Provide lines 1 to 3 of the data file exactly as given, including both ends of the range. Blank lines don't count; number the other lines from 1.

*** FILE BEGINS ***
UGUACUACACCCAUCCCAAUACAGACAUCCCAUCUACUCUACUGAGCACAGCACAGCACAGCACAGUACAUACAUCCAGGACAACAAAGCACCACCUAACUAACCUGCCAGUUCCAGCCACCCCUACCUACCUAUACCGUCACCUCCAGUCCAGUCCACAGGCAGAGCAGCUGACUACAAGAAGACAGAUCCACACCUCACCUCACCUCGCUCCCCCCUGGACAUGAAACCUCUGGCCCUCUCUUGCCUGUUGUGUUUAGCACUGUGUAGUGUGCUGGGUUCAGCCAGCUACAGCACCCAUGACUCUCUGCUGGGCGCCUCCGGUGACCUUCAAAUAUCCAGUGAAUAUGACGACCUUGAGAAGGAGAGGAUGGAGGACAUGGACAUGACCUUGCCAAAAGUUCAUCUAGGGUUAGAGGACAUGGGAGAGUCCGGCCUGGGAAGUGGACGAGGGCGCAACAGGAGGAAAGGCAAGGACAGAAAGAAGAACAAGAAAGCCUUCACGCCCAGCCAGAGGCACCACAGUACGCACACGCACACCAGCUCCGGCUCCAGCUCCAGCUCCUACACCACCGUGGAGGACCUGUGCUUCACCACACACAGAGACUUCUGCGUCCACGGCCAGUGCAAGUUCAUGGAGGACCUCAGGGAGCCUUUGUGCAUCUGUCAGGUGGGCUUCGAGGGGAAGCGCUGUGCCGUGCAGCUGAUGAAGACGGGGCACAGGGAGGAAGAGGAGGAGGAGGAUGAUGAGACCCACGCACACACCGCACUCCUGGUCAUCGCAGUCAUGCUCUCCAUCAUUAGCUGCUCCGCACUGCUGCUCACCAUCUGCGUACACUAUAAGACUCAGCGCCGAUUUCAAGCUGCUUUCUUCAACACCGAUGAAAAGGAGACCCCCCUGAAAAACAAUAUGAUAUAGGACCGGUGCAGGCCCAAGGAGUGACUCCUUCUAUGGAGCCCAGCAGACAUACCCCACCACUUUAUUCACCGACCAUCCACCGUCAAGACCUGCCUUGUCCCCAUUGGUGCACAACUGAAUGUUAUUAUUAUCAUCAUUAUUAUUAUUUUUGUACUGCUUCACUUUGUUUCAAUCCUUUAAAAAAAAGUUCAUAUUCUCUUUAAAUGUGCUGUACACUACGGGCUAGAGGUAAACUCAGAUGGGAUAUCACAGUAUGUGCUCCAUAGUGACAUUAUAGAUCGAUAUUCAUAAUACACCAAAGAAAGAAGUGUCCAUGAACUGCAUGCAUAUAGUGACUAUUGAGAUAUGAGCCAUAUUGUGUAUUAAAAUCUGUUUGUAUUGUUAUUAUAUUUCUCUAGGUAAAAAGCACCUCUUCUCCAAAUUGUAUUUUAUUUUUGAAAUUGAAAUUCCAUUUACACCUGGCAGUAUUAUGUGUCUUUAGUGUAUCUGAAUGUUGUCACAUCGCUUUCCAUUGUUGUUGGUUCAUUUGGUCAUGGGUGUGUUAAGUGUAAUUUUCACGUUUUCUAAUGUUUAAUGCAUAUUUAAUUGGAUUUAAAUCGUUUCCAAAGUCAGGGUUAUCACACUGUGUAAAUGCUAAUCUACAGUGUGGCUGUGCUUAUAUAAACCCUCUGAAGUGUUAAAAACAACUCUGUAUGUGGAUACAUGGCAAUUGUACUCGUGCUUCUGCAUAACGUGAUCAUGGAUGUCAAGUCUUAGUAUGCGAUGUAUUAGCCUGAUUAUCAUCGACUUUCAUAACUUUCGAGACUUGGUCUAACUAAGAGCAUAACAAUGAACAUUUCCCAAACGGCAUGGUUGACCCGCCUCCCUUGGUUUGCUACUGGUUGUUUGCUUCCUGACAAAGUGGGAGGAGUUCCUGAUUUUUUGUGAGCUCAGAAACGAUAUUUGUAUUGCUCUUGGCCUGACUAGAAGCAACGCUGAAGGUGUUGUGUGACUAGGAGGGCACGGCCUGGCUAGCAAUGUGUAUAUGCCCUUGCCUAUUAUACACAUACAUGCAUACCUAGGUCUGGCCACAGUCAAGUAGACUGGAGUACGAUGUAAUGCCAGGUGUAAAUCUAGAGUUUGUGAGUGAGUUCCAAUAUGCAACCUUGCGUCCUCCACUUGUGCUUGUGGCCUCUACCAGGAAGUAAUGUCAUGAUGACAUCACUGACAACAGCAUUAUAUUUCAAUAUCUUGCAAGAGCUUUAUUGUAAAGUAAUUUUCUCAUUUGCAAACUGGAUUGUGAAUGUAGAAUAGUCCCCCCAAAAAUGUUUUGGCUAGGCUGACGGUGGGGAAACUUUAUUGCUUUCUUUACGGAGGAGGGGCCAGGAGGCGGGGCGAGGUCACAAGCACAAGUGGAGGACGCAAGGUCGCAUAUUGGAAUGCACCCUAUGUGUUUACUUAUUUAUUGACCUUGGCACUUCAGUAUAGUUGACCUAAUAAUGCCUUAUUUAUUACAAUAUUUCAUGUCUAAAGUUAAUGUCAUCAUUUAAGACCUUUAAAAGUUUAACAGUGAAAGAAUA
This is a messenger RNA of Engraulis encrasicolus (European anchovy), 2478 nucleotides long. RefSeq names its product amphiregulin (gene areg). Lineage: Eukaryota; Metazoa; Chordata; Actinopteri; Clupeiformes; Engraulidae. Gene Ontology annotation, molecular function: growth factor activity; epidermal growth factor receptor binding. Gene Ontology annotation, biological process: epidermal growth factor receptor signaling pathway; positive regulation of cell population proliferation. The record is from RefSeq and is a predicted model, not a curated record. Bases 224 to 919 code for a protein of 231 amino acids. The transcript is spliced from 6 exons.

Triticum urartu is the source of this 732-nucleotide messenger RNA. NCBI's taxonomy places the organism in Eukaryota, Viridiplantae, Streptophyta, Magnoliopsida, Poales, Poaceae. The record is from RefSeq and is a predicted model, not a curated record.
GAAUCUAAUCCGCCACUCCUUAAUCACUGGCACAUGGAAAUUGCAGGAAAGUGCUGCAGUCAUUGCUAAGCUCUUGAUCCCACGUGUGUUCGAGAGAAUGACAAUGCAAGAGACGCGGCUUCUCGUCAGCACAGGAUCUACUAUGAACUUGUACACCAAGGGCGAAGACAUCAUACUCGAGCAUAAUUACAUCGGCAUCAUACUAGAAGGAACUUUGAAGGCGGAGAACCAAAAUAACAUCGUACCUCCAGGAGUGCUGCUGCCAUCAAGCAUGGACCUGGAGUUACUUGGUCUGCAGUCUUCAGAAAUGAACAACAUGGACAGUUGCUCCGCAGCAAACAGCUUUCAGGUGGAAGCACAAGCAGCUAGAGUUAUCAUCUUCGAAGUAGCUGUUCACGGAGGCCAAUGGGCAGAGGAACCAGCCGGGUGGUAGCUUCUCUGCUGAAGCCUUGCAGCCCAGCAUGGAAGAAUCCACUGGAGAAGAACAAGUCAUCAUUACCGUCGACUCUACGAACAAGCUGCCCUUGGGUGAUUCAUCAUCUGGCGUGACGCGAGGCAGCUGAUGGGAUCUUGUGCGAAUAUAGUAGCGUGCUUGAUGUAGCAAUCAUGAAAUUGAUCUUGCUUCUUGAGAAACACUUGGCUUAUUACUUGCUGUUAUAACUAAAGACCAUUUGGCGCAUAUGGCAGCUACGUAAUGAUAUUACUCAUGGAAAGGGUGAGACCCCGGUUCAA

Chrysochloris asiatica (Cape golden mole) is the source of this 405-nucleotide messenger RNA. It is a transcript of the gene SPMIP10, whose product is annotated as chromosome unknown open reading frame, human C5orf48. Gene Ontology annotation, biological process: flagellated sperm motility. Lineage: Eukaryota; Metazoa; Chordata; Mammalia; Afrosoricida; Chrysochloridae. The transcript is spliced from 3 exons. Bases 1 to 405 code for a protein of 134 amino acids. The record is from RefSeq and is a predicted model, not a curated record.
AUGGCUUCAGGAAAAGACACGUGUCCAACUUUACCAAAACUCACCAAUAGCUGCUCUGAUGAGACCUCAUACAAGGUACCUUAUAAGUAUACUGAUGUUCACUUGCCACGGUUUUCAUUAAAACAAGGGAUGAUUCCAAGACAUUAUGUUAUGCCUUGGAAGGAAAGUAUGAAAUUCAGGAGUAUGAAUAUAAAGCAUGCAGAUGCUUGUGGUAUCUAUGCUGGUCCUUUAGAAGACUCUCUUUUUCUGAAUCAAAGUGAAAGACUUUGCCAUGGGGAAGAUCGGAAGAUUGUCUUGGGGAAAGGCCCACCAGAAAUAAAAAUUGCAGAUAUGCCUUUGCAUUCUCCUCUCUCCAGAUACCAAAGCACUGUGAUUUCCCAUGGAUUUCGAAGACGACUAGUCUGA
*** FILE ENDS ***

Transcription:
UGUACUACACCCAUCCCAAUACAGACAUCCCAUCUACUCUACUGAGCACAGCACAGCACAGCACAGUACAUACAUCCAGGACAACAAAGCACCACCUAACUAACCUGCCAGUUCCAGCCACCCCUACCUACCUAUACCGUCACCUCCAGUCCAGUCCACAGGCAGAGCAGCUGACUACAAGAAGACAGAUCCACACCUCACCUCACCUCGCUCCCCCCUGGACAUGAAACCUCUGGCCCUCUCUUGCCUGUUGUGUUUAGCACUGUGUAGUGUGCUGGGUUCAGCCAGCUACAGCACCCAUGACUCUCUGCUGGGCGCCUCCGGUGACCUUCAAAUAUCCAGUGAAUAUGACGACCUUGAGAAGGAGAGGAUGGAGGACAUGGACAUGACCUUGCCAAAAGUUCAUCUAGGGUUAGAGGACAUGGGAGAGUCCGGCCUGGGAAGUGGACGAGGGCGCAACAGGAGGAAAGGCAAGGACAGAAAGAAGAACAAGAAAGCCUUCACGCCCAGCCAGAGGCACCACAGUACGCACACGCACACCAGCUCCGGCUCCAGCUCCAGCUCCUACACCACCGUGGAGGACCUGUGCUUCACCACACACAGAGACUUCUGCGUCCACGGCCAGUGCAAGUUCAUGGAGGACCUCAGGGAGCCUUUGUGCAUCUGUCAGGUGGGCUUCGAGGGGAAGCGCUGUGCCGUGCAGCUGAUGAAGACGGGGCACAGGGAGGAAGAGGAGGAGGAGGAUGAUGAGACCCACGCACACACCGCACUCCUGGUCAUCGCAGUCAUGCUCUCCAUCAUUAGCUGCUCCGCACUGCUGCUCACCAUCUGCGUACACUAUAAGACUCAGCGCCGAUUUCAAGCUGCUUUCUUCAACACCGAUGAAAAGGAGACCCCCCUGAAAAACAAUAUGAUAUAGGACCGGUGCAGGCCCAAGGAGUGACUCCUUCUAUGGAGCCCAGCAGACAUACCCCACCACUUUAUUCACCGACCAUCCACCGUCAAGACCUGCCUUGUCCCCAUUGGUGCACAACUGAAUGUUAUUAUUAUCAUCAUUAUUAUUAUUUUUGUACUGCUUCACUUUGUUUCAAUCCUUUAAAAAAAAGUUCAUAUUCUCUUUAAAUGUGCUGUACACUACGGGCUAGAGGUAAACUCAGAUGGGAUAUCACAGUAUGUGCUCCAUAGUGACAUUAUAGAUCGAUAUUCAUAAUACACCAAAGAAAGAAGUGUCCAUGAACUGCAUGCAUAUAGUGACUAUUGAGAUAUGAGCCAUAUUGUGUAUUAAAAUCUGUUUGUAUUGUUAUUAUAUUUCUCUAGGUAAAAAGCACCUCUUCUCCAAAUUGUAUUUUAUUUUUGAAAUUGAAAUUCCAUUUACACCUGGCAGUAUUAUGUGUCUUUAGUGUAUCUGAAUGUUGUCACAUCGCUUUCCAUUGUUGUUGGUUCAUUUGGUCAUGGGUGUGUUAAGUGUAAUUUUCACGUUUUCUAAUGUUUAAUGCAUAUUUAAUUGGAUUUAAAUCGUUUCCAAAGUCAGGGUUAUCACACUGUGUAAAUGCUAAUCUACAGUGUGGCUGUGCUUAUAUAAACCCUCUGAAGUGUUAAAAACAACUCUGUAUGUGGAUACAUGGCAAUUGUACUCGUGCUUCUGCAUAACGUGAUCAUGGAUGUCAAGUCUUAGUAUGCGAUGUAUUAGCCUGAUUAUCAUCGACUUUCAUAACUUUCGAGACUUGGUCUAACUAAGAGCAUAACAAUGAACAUUUCCCAAACGGCAUGGUUGACCCGCCUCCCUUGGUUUGCUACUGGUUGUUUGCUUCCUGACAAAGUGGGAGGAGUUCCUGAUUUUUUGUGAGCUCAGAAACGAUAUUUGUAUUGCUCUUGGCCUGACUAGAAGCAACGCUGAAGGUGUUGUGUGACUAGGAGGGCACGGCCUGGCUAGCAAUGUGUAUAUGCCCUUGCCUAUUAUACACAUACAUGCAUACCUAGGUCUGGCCACAGUCAAGUAGACUGGAGUACGAUGUAAUGCCAGGUGUAAAUCUAGAGUUUGUGAGUGAGUUCCAAUAUGCAACCUUGCGUCCUCCACUUGUGCUUGUGGCCUCUACCAGGAAGUAAUGUCAUGAUGACAUCACUGACAACAGCAUUAUAUUUCAAUAUCUUGCAAGAGCUUUAUUGUAAAGUAAUUUUCUCAUUUGCAAACUGGAUUGUGAAUGUAGAAUAGUCCCCCCAAAAAUGUUUUGGCUAGGCUGACGGUGGGGAAACUUUAUUGCUUUCUUUACGGAGGAGGGGCCAGGAGGCGGGGCGAGGUCACAAGCACAAGUGGAGGACGCAAGGUCGCAUAUUGGAAUGCACCCUAUGUGUUUACUUAUUUAUUGACCUUGGCACUUCAGUAUAGUUGACCUAAUAAUGCCUUAUUUAUUACAAUAUUUCAUGUCUAAAGUUAAUGUCAUCAUUUAAGACCUUUAAAAGUUUAACAGUGAAAGAAUA
This is a messenger RNA of Engraulis encrasicolus (European anchovy), 2478 nucleotides long. RefSeq names its product amphiregulin (gene areg). Lineage: Eukaryota; Metazoa; Chordata; Actinopteri; Clupeiformes; Engraulidae. Gene Ontology annotation, molecular function: growth factor activity; epidermal growth factor receptor binding. Gene Ontology annotation, biological process: epidermal growth factor receptor signaling pathway; positive regulation of cell population proliferation. The record is from RefSeq and is a predicted model, not a curated record. Bases 224 to 919 code for a protein of 231 amino acids. The transcript is spliced from 6 exons.

Triticum urartu is the source of this 732-nucleotide messenger RNA. NCBI's taxonomy places the organism in Eukaryota, Viridiplantae, Streptophyta, Magnoliopsida, Poales, Poaceae. The record is from RefSeq and is a predicted model, not a curated record.